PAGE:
We also ran into a few challenges with word choices. In Ontario, kids with working parents go to daycare after school. That’s what we call it. According to my Dreamspinner editor, Americans wouldn’t call it daycare, they’d call it afterschool care. So… do I use the Canadian term for authenticity, or the American term for clarity? Same issue with a character eating porridge. Apparently Americans are more likely to call it oatmeal.
They’re just little things, but they’re among the many details we need to sort out before bringing a book to the readers.
Do you guys notice the little stuff? Is Canada so close to the States that you don’t really care if a book is set here? If you do notice, is it for better or worse?
About the Author:
Kate started writing at about the same time she got back on a horse after a twenty-year break. She’d like to think she’s far too young for it to be a mid-life crisis, but apparently she was ready for a few changes!
Kate’s writing focuses on characters and relationships, people trying to find out how much of themselves they need to keep, and how much they can afford to give away. She tries to find a careful balance between drama and humor—she wants readers to have an intense experience and feel drawn into the book, but she also wants them to enjoy the time they spend reading.
The Fall, from Dreamspinner Press, coming December 16, 2013 – available for pre-order now! HERE.
Every relationship leaves something behind. Dumped by his sugar daddy, part-time model Scott Mackenzie somehow ends up owning an abandoned church in rural Ontario. He dreams of using it for gay weddings, even if he’ll never have one of his own. Joe Sutton is trying to keep his family together after his parents’ deaths. Between the family ranch, his brother’s construction company, and commitments around town, he doesn’t have time for a relationship. But Mackenzie is hard to ignore.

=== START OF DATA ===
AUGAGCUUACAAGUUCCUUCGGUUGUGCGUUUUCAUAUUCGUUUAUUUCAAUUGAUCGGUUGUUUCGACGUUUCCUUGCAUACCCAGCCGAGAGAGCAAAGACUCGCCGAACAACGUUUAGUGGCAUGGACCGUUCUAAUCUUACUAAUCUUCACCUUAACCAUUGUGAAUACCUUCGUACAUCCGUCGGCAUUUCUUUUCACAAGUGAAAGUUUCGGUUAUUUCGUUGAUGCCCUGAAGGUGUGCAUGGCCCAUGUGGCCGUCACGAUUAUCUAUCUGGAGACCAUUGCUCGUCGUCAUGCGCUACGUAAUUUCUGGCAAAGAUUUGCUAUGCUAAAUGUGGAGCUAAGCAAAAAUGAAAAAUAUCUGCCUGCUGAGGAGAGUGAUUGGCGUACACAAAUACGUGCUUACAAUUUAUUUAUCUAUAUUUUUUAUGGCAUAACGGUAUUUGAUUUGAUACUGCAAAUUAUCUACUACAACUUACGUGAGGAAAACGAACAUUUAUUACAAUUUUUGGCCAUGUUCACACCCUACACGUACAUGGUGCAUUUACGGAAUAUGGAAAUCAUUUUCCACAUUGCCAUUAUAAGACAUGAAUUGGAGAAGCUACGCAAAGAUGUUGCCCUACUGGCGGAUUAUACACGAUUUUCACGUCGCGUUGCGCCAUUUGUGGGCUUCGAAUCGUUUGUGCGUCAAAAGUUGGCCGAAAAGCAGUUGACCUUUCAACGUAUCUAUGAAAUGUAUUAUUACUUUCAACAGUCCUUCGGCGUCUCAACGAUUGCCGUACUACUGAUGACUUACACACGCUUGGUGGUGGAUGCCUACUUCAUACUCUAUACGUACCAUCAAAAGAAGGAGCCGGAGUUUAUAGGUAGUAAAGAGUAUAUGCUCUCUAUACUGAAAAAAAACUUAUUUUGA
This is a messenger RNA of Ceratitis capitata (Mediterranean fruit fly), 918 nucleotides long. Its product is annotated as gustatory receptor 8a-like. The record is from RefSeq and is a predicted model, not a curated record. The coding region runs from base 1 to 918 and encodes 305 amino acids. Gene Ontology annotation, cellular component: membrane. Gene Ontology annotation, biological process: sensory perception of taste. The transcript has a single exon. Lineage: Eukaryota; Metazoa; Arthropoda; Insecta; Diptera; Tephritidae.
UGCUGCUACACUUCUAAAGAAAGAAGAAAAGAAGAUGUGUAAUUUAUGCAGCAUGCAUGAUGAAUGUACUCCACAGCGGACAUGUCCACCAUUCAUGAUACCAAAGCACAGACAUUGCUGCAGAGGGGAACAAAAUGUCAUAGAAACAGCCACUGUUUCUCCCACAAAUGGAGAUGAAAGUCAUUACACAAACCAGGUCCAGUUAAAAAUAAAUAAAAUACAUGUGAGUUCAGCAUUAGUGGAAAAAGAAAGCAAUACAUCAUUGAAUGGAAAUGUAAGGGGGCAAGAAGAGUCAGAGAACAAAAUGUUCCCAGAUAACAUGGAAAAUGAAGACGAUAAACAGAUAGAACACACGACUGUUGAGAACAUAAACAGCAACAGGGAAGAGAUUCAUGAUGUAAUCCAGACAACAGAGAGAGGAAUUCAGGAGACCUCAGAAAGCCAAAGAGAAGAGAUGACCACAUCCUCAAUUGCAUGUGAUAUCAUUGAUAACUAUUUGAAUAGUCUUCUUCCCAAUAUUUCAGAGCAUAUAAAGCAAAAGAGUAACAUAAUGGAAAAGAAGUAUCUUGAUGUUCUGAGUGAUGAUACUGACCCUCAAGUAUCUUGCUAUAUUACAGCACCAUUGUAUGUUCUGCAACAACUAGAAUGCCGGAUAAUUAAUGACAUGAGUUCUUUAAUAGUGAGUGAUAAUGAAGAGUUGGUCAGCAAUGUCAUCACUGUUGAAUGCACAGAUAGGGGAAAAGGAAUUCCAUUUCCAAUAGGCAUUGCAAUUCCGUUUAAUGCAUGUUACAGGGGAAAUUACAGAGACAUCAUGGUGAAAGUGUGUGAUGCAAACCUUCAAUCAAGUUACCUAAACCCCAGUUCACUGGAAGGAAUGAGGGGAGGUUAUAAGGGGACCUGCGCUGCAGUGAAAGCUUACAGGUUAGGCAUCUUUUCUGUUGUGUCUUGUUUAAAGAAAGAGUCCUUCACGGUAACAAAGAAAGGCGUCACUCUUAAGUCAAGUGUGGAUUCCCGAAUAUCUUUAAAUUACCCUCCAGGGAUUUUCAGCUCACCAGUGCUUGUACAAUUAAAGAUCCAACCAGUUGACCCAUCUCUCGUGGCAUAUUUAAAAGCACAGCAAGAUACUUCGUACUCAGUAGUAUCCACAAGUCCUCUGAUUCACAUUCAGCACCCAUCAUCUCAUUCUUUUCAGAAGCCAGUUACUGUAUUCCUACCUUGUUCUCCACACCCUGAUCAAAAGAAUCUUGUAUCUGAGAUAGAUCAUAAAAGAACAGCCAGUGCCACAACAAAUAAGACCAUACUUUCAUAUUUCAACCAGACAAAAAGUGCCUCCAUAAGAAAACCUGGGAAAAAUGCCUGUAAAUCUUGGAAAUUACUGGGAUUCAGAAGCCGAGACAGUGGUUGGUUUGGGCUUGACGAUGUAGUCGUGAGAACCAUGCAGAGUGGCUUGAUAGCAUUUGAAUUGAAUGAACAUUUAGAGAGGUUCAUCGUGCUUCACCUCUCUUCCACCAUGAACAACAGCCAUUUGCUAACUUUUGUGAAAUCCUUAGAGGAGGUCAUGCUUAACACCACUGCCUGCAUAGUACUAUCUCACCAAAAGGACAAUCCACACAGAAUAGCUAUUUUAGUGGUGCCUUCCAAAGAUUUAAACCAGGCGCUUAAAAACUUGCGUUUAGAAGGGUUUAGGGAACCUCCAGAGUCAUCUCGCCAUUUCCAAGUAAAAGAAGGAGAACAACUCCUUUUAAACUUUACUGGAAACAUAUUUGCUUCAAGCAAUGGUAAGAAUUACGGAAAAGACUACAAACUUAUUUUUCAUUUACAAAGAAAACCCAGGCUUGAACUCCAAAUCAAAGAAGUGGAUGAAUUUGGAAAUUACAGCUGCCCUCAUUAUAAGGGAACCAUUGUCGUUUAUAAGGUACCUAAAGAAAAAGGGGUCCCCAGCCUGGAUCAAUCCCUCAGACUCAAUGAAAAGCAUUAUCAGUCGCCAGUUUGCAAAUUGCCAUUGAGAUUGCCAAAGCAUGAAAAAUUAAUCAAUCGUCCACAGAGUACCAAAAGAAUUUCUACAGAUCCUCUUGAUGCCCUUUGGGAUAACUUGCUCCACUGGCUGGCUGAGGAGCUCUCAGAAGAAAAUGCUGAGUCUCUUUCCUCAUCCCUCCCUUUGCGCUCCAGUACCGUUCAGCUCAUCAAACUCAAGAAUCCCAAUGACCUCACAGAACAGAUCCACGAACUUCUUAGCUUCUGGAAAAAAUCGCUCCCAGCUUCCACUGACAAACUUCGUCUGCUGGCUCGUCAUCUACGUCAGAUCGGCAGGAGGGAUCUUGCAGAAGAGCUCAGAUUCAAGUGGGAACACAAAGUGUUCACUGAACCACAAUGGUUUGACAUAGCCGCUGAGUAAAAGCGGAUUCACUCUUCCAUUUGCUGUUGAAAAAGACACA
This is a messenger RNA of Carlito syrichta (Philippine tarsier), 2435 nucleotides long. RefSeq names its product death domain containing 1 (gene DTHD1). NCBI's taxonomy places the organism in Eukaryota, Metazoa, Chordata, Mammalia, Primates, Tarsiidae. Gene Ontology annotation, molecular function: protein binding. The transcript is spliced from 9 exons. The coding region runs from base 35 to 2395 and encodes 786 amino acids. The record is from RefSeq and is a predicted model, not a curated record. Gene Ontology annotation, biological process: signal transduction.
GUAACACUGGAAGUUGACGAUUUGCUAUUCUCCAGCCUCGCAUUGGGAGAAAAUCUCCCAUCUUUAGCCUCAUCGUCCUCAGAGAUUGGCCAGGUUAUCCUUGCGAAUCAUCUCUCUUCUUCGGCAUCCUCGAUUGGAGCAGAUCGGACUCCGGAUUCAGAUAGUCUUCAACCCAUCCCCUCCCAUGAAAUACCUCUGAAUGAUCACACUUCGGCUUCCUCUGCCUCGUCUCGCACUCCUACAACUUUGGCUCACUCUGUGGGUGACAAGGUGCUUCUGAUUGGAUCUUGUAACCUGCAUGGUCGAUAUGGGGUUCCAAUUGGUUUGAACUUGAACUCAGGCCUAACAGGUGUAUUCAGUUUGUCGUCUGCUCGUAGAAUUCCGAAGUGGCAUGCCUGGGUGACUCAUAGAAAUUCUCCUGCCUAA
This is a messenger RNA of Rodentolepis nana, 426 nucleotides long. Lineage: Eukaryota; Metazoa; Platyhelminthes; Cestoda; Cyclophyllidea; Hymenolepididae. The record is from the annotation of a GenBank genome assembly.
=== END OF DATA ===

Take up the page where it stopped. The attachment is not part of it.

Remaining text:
As both men fight their growing attraction, challenges to Mackenzie’s business threaten their relationship. If he can’t make it work, he’ll have to crawl back to the city in defeat. But the only solution involves risking the ranch Joe loves, and each man has to decide how much he’ll sacrifice for the other.
Lorraine snorted. “He didn’t seem too friendly? I’m not surprised.” She shrugged philosophically. “It’s probably the gay thing.”
It hit Mackenzie almost like a slap. He’d thought he was prepared for small-town attitudes toward his sexuality and had absolutely considered homophobia as a possible barrier to setting up his wedding chapel somewhere like Falls Creek. But he couldn’t believe it was being treated so casually. “You’re saying he was rude to me because I’m gay?”